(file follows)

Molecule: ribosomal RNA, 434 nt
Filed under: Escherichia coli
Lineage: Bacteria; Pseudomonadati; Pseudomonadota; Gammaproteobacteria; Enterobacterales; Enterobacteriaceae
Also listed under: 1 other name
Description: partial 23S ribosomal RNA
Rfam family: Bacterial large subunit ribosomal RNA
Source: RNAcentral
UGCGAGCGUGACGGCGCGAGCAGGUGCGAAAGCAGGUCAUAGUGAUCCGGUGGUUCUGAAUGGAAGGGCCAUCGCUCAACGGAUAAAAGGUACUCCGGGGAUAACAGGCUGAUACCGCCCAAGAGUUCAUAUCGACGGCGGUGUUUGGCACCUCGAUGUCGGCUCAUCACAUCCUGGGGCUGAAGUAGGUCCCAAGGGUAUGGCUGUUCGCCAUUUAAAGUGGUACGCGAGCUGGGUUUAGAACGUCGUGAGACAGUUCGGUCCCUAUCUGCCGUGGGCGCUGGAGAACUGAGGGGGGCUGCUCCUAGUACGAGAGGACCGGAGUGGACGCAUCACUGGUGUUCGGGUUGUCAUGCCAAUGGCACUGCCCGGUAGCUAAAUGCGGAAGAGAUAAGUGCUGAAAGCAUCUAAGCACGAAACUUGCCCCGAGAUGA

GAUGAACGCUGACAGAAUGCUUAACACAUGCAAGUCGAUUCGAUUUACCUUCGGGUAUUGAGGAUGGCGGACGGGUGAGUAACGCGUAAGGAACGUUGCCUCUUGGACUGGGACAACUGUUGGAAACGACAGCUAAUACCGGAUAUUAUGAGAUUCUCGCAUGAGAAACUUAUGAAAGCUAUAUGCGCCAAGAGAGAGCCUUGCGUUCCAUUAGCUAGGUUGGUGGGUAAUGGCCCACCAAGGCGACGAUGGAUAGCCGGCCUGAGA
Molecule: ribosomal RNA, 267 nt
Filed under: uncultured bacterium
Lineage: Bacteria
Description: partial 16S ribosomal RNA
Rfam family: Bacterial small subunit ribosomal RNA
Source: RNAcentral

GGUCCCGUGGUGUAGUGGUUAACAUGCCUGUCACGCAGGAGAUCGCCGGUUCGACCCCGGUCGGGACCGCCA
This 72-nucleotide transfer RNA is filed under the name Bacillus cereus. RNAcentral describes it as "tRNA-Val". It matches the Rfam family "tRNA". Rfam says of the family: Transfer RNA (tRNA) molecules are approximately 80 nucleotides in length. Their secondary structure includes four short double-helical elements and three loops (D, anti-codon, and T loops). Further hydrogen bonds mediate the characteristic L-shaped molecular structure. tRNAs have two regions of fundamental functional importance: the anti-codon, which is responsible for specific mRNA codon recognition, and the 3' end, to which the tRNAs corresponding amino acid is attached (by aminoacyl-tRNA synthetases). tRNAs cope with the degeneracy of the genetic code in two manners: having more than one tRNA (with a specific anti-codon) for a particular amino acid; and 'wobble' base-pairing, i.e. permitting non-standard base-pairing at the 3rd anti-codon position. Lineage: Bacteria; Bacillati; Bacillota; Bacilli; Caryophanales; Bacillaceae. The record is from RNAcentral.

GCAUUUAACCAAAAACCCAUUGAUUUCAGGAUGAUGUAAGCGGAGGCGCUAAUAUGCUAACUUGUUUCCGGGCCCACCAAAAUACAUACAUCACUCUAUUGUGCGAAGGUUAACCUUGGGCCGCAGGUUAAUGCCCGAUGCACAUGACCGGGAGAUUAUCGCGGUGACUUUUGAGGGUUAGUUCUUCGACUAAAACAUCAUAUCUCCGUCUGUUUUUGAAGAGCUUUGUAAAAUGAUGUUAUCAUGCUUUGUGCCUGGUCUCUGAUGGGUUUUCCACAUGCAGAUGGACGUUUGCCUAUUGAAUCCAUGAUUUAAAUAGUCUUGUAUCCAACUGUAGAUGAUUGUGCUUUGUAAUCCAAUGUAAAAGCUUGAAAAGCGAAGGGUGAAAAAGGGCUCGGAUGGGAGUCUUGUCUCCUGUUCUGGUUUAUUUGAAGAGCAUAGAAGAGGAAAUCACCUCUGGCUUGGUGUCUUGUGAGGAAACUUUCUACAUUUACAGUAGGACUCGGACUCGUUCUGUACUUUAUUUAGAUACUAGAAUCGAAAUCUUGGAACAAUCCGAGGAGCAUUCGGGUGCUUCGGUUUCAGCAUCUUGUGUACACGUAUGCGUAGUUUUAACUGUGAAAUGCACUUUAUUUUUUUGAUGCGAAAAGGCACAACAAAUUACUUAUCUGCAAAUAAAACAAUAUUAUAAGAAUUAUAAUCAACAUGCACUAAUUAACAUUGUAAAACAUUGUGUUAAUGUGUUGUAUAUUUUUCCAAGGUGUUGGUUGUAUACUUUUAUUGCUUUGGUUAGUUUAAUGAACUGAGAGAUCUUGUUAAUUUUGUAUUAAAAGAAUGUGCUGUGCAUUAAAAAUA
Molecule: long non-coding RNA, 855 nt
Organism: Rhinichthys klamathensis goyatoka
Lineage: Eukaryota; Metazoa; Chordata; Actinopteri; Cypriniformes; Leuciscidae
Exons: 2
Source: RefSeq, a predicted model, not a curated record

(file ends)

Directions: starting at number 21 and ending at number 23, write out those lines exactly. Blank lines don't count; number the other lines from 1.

Lineage: Eukaryota; Metazoa; Chordata; Actinopteri; Cypriniformes; Leuciscidae
Exons: 2
Source: RefSeq, a predicted model, not a curated record